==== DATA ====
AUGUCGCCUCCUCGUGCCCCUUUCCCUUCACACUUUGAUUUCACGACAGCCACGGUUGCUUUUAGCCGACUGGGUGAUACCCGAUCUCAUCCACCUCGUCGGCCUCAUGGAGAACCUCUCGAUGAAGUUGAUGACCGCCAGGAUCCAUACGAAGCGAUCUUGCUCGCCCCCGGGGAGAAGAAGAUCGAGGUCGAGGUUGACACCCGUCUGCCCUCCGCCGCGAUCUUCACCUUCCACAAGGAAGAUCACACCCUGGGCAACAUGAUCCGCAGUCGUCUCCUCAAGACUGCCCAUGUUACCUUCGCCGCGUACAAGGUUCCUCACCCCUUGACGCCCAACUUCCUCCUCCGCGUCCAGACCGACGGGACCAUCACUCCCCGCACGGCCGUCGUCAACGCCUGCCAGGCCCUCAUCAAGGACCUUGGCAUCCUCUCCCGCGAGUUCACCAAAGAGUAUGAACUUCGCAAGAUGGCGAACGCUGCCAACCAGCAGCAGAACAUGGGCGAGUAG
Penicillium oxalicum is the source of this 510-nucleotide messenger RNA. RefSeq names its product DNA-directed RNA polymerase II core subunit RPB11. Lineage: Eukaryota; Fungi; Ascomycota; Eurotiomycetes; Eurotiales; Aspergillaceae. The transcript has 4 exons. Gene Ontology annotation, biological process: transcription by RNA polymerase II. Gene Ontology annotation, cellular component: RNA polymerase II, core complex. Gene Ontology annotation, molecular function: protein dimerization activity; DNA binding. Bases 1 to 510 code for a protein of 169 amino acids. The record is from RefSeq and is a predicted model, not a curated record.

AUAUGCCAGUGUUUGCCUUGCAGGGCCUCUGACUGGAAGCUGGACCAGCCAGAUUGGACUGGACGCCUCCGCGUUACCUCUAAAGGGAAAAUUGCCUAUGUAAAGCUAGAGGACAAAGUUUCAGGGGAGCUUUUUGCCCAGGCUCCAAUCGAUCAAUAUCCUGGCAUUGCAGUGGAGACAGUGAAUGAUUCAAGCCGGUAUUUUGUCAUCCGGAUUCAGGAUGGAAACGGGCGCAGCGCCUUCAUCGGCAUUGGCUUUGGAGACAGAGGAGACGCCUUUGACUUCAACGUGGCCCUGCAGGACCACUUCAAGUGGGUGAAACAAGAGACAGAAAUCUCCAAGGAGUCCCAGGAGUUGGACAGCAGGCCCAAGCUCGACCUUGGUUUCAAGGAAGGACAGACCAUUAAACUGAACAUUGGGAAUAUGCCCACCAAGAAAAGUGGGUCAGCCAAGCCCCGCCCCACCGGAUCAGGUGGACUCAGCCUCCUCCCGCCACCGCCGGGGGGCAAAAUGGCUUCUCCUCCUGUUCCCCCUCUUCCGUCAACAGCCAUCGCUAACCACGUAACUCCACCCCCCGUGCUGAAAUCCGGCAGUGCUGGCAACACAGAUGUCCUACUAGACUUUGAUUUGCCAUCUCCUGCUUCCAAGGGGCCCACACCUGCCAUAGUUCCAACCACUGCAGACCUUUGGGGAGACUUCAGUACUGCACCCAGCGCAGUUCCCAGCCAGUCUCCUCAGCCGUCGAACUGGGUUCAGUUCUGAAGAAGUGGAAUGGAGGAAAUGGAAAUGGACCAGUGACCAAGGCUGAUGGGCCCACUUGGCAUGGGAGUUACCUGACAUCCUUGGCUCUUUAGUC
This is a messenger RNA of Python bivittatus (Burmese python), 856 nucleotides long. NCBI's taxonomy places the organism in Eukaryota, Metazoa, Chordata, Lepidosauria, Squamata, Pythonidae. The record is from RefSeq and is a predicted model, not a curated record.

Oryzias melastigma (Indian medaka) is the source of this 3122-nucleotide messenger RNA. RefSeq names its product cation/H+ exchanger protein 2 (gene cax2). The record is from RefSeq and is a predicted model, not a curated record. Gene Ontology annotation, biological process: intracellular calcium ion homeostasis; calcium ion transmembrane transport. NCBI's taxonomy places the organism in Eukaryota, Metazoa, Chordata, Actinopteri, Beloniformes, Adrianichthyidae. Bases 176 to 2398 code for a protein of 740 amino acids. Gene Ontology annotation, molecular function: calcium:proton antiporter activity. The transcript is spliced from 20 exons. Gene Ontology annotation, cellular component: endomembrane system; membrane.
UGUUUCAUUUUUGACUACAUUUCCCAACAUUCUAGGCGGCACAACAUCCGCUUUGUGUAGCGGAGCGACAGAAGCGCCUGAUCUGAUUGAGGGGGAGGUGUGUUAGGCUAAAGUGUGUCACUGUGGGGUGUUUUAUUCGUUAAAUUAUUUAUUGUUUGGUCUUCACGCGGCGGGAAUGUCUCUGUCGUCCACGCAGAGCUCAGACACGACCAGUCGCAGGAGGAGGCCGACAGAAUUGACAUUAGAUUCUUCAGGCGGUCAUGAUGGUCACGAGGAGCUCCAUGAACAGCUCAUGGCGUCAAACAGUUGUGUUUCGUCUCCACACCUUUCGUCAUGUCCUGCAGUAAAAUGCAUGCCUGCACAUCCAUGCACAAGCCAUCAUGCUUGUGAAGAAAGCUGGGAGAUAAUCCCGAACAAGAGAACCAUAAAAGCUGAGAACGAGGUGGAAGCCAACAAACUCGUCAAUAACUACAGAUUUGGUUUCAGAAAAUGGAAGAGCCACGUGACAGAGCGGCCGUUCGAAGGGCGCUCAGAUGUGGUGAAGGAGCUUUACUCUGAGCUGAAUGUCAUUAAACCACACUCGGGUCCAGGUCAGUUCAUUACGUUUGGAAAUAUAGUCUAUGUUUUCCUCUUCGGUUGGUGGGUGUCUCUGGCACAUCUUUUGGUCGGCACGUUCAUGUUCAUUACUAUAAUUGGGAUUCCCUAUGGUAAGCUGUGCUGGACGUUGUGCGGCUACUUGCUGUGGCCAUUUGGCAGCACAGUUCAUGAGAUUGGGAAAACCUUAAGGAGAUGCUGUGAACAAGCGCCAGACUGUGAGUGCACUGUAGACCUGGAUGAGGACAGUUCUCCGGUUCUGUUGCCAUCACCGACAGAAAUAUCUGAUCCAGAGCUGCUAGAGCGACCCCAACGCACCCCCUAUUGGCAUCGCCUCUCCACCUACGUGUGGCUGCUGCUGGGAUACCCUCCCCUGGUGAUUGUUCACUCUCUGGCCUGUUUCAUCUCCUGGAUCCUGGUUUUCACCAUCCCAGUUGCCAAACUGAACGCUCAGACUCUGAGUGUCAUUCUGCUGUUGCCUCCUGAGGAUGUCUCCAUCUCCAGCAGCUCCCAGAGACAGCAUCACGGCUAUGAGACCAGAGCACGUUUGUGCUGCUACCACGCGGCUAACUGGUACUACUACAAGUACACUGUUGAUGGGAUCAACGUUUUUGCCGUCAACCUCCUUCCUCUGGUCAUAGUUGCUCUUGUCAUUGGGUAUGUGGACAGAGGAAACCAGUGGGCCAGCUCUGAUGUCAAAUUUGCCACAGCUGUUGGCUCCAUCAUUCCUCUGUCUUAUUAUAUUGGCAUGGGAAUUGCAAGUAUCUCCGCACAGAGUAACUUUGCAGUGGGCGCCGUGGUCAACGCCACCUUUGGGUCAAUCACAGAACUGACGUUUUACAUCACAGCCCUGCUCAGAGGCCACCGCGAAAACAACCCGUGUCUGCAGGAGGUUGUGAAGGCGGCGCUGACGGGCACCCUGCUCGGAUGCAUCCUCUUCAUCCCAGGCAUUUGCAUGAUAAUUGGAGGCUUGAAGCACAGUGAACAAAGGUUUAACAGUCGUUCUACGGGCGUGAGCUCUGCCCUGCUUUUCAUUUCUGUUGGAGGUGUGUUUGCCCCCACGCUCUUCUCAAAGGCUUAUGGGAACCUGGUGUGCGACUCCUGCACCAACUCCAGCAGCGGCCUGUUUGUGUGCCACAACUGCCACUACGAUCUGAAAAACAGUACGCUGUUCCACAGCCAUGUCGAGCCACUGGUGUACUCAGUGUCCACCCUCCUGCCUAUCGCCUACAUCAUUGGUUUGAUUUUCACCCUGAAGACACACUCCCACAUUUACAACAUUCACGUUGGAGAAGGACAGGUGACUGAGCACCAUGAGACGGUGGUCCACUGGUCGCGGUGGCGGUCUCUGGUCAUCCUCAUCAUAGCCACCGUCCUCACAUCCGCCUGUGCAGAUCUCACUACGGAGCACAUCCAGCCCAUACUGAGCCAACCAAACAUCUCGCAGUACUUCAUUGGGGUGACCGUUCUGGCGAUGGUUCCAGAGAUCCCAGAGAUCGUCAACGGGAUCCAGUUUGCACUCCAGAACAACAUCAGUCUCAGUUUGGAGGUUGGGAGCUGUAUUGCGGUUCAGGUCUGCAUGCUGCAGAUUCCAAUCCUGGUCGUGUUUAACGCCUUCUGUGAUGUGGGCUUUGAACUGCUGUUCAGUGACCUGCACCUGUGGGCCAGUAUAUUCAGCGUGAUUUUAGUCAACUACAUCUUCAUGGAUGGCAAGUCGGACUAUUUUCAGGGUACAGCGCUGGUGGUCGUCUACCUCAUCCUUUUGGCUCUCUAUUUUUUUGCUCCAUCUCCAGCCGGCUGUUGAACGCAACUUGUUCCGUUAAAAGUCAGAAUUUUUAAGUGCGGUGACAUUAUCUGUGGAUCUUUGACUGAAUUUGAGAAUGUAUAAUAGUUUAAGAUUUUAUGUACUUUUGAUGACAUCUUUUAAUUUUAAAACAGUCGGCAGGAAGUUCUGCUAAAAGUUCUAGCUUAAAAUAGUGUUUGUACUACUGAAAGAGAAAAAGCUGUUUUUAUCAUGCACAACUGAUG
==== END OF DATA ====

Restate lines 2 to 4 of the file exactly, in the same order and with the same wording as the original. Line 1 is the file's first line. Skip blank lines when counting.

Penicillium oxalicum is the source of this 510-nucleotide messenger RNA. RefSeq names its product DNA-directed RNA polymerase II core subunit RPB11. Lineage: Eukaryota; Fungi; Ascomycota; Eurotiomycetes; Eurotiales; Aspergillaceae. The transcript has 4 exons. Gene Ontology annotation, biological process: transcription by RNA polymerase II. Gene Ontology annotation, cellular component: RNA polymerase II, core complex. Gene Ontology annotation, molecular function: protein dimerization activity; DNA binding. Bases 1 to 510 code for a protein of 169 amino acids. The record is from RefSeq and is a predicted model, not a curated record.

AUAUGCCAGUGUUUGCCUUGCAGGGCCUCUGACUGGAAGCUGGACCAGCCAGAUUGGACUGGACGCCUCCGCGUUACCUCUAAAGGGAAAAUUGCCUAUGUAAAGCUAGAGGACAAAGUUUCAGGGGAGCUUUUUGCCCAGGCUCCAAUCGAUCAAUAUCCUGGCAUUGCAGUGGAGACAGUGAAUGAUUCAAGCCGGUAUUUUGUCAUCCGGAUUCAGGAUGGAAACGGGCGCAGCGCCUUCAUCGGCAUUGGCUUUGGAGACAGAGGAGACGCCUUUGACUUCAACGUGGCCCUGCAGGACCACUUCAAGUGGGUGAAACAAGAGACAGAAAUCUCCAAGGAGUCCCAGGAGUUGGACAGCAGGCCCAAGCUCGACCUUGGUUUCAAGGAAGGACAGACCAUUAAACUGAACAUUGGGAAUAUGCCCACCAAGAAAAGUGGGUCAGCCAAGCCCCGCCCCACCGGAUCAGGUGGACUCAGCCUCCUCCCGCCACCGCCGGGGGGCAAAAUGGCUUCUCCUCCUGUUCCCCCUCUUCCGUCAACAGCCAUCGCUAACCACGUAACUCCACCCCCCGUGCUGAAAUCCGGCAGUGCUGGCAACACAGAUGUCCUACUAGACUUUGAUUUGCCAUCUCCUGCUUCCAAGGGGCCCACACCUGCCAUAGUUCCAACCACUGCAGACCUUUGGGGAGACUUCAGUACUGCACCCAGCGCAGUUCCCAGCCAGUCUCCUCAGCCGUCGAACUGGGUUCAGUUCUGAAGAAGUGGAAUGGAGGAAAUGGAAAUGGACCAGUGACCAAGGCUGAUGGGCCCACUUGGCAUGGGAGUUACCUGACAUCCUUGGCUCUUUAGUC
This is a messenger RNA of Python bivittatus (Burmese python), 856 nucleotides long. NCBI's taxonomy places the organism in Eukaryota, Metazoa, Chordata, Lepidosauria, Squamata, Pythonidae. The record is from RefSeq and is a predicted model, not a curated record.